Friends close, staff closer in your contact centre
It is valuable to use the criterion of preferred tools and preferred communication styles. As your call centre strategies and choices are customer-centric, you should match preferences of the external and internal customer.
Social media-enabled call centres that use the communications channels your customers innately use, also dictate your call centre staffing choices. For example, Facebook- frequenting customers will enjoy service on Facebook. Innate Facebook users in your teams are Gen Y and female Baby Boomers.
Tactical ability with tools will be less important as the use of these becomes as commonplace as email use. The overriding focus is on candidates’ ability to communicate well through the channels with which they are most comfortable.
Recruitment for social media customer services roles in the social media-enabled contact centre should consider:
- Natural preferred communication style – verbal or written?
- Sales and nurture style – up-sell or nurture?
- Channels – does your candidate prefer written, email, chatroom, phone, SMS, Twitter, Facebook? Which channels are they active in and understand thoroughly?
- Customer service style – what is the track record of your candidates?
- Personality traits – privacy aware, brand reputation aware, empathy, discretion (what and when to respond to ‘grey area’ communication).
- Business savvy – acute awareness of how communication impacts on company brand.
- Company culture – culture fit is vital for a unified brand message to be part of the customer service person’s psyche.
The Social Media Outbound Channel Manager role is for the sociable, relationship-focused opportunity channeller to develop lead generation and sales opportunities.
Remember that social media’s leaders are Baby Boomers and Gen X. Ageist recruitment of youth has no longevity in matching corporate needs to a leadership pathway.
Recruitment tips: A case study:
Recently ASB created a world first by launching its Virtual Bank on Facebook. It incorporates chat on Facebook, and you can apparently achieve anything you might want to do through usual banking options.
I interviewed Anna Curzon, General Manager Internet Banking at ASB Bank, about its recent journey. These are some recruitment tip gems from our conversation:
Be strategic. Plan well. What do you want and need to achieve? What is happening in your market environment that requires social media? What ROI benefits can you gain? What would creating a social media community provide, or add value that your current communications methods can’t?
Recruit from within your own corporate community. Trusted advisors are chosen from within corporate teams for the social media-enabled call centre. In launching Virtual Bank, ASB accepted expressions of interest that were sourced from its branches and customer services team.
"Look for the customer services staff who consistently deliver great engagement and a customer experience,” suggests Curzon. "That way you can reach just the right people to build your ideal team. We were inundated with responses as the role was so innovative – a world first.”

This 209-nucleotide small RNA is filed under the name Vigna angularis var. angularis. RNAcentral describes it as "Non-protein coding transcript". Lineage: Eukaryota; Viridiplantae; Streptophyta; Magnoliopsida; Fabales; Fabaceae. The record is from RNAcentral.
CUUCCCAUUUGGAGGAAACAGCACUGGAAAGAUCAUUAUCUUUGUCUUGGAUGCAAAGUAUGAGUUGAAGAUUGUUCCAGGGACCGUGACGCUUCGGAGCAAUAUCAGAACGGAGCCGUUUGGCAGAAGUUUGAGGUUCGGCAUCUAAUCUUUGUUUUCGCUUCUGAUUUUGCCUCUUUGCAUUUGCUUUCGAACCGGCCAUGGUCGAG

Check candidates’ social media habits. On which social media are they active and have outstanding skills? Mainly you will find their messages on Twitter and Facebook, and possibly on LinkedIn.
Find your customer service stars with social media skills. What is the calibre of their messages? Look for an ability to create great copy (pithy messages that carry the essence well). What is their frequency of communication? What is their sociability level online? You are looking for people who are innately sociable and very at home with online communication. They are team players offline.
Let your organisation be one that social media fits well. Develop your social media strategy by filling gaps in customer needs. Focus on what will best serve your community of customers. Organisations where openness and conversations are as natural as breathing are the best fit for social media adoption.
Candidates who work well with social media are those who fit an open, transparent environment where being part of conversation is part of the DNA. Listen and journey with your customers. Innovation into social media is a journey to involve your customer. You are accessible where your customer wants to find you. It is the ultimate in creating a place for customers to want to belong. Conversation with them about your journey creates opportunities to tweak your strategy, learn from mistakes, and evolve the product and service with which you want your community to connect.
"Involving the community and learning from the community means that you all get more out of it than any perceived risk,” says Curzon.
"You are striving for developing a partnership with your community. It’s a conversation-listen-develop-conversation-refine-conversation model that really works. We’ve used this model for developing innovation. You can achieve a high level of confidence of a successful product development and launch and get quality intelligence. Social media is all about listening.”
Thanks to Anna Curzon (ASB), Tania Howard (Talent Seed) and Keiron Lawson (Datasquirt), for sharing their experience in social media call centre recruiting, serving IT needs of social media- enabled call centres, and using social media for recruitment.